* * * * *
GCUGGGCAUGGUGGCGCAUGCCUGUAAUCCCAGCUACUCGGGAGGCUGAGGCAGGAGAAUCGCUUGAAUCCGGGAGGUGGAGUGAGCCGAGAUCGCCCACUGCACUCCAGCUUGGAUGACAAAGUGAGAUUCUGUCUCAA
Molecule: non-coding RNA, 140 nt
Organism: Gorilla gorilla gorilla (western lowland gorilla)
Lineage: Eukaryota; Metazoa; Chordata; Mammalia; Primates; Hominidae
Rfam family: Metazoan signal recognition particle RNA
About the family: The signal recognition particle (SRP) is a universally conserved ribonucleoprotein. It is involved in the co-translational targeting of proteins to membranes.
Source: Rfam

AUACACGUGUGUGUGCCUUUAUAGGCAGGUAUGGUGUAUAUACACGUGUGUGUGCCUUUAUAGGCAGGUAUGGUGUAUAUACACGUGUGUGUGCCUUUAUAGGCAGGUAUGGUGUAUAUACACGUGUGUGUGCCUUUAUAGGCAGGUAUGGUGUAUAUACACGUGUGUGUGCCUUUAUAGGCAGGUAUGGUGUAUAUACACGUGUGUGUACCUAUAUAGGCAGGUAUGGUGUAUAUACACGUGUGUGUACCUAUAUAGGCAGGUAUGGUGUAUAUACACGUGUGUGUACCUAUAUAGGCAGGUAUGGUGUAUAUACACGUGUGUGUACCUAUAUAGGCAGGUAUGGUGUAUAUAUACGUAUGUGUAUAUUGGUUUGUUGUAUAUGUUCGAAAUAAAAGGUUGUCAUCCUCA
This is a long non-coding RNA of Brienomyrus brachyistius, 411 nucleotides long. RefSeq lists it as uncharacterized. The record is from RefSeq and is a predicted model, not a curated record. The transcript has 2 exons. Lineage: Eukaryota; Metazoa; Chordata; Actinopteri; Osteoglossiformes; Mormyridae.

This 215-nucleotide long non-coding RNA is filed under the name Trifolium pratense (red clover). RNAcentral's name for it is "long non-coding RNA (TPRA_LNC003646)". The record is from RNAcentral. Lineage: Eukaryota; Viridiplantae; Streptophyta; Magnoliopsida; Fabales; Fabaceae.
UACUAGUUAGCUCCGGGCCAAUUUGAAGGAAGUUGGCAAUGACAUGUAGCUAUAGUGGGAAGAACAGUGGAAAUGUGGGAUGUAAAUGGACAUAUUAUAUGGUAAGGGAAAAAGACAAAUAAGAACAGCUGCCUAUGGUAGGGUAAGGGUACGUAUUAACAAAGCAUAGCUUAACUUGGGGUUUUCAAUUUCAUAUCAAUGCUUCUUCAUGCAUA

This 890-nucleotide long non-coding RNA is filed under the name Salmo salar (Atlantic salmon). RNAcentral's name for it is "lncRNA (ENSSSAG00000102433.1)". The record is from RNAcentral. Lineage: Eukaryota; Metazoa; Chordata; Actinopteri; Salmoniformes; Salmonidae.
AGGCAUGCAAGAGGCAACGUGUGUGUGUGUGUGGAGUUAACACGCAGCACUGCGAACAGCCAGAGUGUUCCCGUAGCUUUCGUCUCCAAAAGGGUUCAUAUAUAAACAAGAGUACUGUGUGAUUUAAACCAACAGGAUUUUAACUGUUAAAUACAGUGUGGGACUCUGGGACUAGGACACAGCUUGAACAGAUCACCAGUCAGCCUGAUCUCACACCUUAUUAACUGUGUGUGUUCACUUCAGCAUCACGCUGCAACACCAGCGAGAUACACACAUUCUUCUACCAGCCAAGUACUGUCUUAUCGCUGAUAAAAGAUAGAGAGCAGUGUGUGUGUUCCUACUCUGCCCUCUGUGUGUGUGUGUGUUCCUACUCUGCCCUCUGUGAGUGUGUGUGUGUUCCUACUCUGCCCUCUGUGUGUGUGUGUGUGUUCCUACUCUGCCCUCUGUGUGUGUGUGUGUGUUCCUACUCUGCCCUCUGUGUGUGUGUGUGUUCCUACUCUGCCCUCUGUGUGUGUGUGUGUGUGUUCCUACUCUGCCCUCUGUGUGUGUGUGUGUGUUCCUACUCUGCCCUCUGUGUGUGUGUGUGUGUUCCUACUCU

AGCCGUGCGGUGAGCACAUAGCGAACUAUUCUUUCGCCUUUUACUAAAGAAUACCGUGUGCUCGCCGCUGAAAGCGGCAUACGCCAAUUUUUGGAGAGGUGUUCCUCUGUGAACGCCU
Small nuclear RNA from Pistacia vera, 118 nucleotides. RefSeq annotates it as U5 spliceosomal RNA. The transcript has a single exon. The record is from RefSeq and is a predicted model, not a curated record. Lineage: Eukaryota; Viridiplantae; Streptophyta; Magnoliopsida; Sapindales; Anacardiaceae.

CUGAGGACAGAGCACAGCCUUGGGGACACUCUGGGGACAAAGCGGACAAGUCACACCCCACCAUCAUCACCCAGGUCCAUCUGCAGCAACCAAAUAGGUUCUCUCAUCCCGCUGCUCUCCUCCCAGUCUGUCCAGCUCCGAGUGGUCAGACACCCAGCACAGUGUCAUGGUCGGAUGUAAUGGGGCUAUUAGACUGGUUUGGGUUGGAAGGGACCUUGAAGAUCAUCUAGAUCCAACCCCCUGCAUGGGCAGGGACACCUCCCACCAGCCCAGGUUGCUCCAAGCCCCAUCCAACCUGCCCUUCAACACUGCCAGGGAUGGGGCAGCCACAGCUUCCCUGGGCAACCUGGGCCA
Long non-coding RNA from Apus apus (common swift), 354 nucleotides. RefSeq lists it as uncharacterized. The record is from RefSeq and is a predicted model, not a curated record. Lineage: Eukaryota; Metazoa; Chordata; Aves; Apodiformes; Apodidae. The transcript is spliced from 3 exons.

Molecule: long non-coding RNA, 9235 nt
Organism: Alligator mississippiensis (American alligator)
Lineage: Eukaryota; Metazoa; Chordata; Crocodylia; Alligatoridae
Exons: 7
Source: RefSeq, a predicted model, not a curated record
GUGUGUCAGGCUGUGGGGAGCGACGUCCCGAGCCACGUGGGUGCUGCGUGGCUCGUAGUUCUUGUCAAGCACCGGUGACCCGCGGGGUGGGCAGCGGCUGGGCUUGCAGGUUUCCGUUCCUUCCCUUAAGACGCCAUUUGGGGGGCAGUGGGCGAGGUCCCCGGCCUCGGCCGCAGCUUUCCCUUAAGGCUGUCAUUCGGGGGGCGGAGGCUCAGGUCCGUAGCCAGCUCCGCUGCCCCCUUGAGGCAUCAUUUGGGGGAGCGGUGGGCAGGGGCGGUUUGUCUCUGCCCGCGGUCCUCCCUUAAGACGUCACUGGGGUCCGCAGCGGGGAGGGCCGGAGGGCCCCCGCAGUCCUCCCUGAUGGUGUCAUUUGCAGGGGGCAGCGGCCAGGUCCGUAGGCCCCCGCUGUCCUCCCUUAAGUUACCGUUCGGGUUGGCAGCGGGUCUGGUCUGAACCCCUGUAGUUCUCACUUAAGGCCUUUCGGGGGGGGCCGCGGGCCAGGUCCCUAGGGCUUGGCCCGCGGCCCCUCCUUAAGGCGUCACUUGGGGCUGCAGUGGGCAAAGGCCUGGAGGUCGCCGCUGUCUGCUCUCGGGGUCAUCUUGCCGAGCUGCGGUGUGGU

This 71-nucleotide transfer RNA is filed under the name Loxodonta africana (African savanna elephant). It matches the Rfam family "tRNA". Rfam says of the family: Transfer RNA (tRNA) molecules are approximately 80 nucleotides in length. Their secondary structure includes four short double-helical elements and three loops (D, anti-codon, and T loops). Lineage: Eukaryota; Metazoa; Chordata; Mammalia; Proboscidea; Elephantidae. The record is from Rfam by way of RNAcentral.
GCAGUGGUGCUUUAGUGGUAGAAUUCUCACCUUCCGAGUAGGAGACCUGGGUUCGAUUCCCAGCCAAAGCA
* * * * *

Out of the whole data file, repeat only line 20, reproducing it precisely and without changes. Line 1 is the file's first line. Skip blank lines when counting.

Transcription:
Lineage: Eukaryota; Metazoa; Chordata; Crocodylia; Alligatoridae